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Jaguar XJ220 turns 25

By Daniel Gardner, 07 Aug 2017 Features

Jaguar’s XJ220 turns 25

Jaguar’s iconic hypercar brought the big cat to its knees, but was the XJ220 a disappointment or an unsung hero?

WITH a quarter of a century passing since Jaguar unveiled the mighty XJ220, and UK celebrations in full swing, it is easy to forget the controversy that surrounded what is still the company’s fastest road car to date.

Just 275 XJ220s were produced between 1992 and 1994, and 41 of those have assembled at the Silverstone Classic historic racing car meet in central England where, no doubt, many enthusiasts regaled the events surrounding its thick plot.

Like so many game-changing cars, the Jaguar was the result of company employees discussing their wildest ideas at ‘the Saturday club’ where engineers and designers would meet off-hours and brainstorm collectively.

The first tangible offspring of the resulting XJ220 project was an outlandish 1988 concept designed to draw a line from Jaguar’s Le Mans racers to the road, and charged with the task of spoiling an emerging hypercar party dominated by the Porsche 959 and Ferrari’s F40.

Punters immediately responded to rumours that the car would evolve from fantasy show car to a showroom model with 1500 deposits slapped on dealer’s desks, but a little buyer trepidation might have avoided the onslaught of criticism that the production car received.

While the concept bristled with a 6.2-litre naturally aspirated V12 engine - touted to be good for 373kW and born of racing technology - coupled to a grippy four-wheel drive system, what well-heeled fans were actually offered was a two-wheel drive six-cylinder Jag.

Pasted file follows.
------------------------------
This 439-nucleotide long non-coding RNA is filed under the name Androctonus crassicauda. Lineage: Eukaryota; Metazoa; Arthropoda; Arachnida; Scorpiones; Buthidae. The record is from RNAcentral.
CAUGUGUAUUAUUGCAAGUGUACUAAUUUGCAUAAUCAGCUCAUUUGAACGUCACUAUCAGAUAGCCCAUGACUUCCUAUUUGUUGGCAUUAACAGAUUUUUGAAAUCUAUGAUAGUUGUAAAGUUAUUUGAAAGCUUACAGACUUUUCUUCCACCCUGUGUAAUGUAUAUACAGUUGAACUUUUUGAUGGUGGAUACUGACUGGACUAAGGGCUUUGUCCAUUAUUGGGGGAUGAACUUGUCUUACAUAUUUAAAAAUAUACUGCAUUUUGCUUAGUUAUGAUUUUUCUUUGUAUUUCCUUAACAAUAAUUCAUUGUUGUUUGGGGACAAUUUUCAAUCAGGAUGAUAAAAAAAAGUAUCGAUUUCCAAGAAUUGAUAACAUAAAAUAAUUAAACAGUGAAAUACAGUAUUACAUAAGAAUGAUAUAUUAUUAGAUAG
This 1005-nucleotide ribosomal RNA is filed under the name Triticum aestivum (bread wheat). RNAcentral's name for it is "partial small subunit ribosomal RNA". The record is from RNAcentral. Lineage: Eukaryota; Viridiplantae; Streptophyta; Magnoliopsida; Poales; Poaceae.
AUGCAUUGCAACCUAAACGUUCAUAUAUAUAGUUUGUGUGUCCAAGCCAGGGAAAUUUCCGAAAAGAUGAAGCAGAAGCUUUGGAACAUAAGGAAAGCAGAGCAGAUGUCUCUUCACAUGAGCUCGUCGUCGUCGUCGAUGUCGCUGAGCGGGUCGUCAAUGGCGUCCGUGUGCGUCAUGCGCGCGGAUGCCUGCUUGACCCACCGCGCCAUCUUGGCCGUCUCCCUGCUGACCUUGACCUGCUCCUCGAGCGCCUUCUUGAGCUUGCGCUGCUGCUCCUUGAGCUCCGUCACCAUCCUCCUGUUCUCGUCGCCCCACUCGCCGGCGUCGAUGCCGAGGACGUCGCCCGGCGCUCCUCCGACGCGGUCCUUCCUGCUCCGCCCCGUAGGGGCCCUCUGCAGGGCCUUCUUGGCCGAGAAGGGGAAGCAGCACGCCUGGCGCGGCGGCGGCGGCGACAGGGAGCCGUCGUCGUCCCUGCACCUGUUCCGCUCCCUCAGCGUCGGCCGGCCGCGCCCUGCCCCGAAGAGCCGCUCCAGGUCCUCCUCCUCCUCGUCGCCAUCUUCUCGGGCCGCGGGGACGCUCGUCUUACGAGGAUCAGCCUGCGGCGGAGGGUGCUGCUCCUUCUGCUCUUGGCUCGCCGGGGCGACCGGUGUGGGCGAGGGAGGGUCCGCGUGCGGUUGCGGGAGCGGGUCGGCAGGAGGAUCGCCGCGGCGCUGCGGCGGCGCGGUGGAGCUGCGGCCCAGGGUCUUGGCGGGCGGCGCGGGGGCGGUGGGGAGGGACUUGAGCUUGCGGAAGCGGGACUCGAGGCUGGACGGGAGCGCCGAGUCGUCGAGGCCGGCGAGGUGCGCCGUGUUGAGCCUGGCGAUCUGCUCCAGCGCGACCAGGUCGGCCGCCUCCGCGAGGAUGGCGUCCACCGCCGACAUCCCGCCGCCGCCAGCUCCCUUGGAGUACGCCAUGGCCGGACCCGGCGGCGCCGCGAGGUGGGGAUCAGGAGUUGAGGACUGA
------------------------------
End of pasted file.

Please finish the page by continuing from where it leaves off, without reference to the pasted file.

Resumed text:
It could be argued that rear-drive was a better option for driving purists and the 3.5-litre V6, borrowed from the Group B rally Metro 6R4, produced more power than the atmo V12 - 400kW thanks to a brace of huge turbos - but that didn’t stop countless customers back flipping. Some even threatened to sue.

Some say Jaguar’s significant design revisions were due to shifting emissions regulations that a big 12-cylinder would struggle to meet, which would be further exacerbated by its all-wheel drive system. Others say it was a financial decision driven by the 1990s’ economic flat-line that followed the 1980s’ boom.

Actually, it came down to weight.

At the time, rubber experts Bridgestone advised Jaguar that no tyre existed that could handle the load of a V12 all-wheel drive XJ220 travelling at its target speed of 220mph (354km/h), and critical kilos would have to be shed.

As it happens, the production car never did crack the target, but it did manage a very respectable 342km/h (212mph) – enough to earn it the title as the world’s fastest production car in 1992.

It’s likely many initial fans were also put off by a hefty £470,000 price ($A772,000). It wasn’t just the eye-watering figure that potential owners balked at, but the initial guide that Jaguar had offered - some £200,000 cheaper.

With its tangential engineering direction change, massive price, and poorly communicated development, the Jaguar’s pride became a little embarrassing. But let’s not forget the fact that despite the bad press, the car still looked nigh on identical to the concept – that is to say, incredible – and that it would crack zero to 100km/h in 3.8 seconds. That’s still worthy of praise and respect.

Either way, those who took the punt and wrote a cheque for the most expensive car on sale in the early 1990s would be enjoying the last laugh if their XJ220 is still in the garage. Cars as rare as the big cat don’t come up for grabs very often, but when they do a price nudging the million dollar mark is not out of the question.

Happy silver anniversary Jaguar XJ220.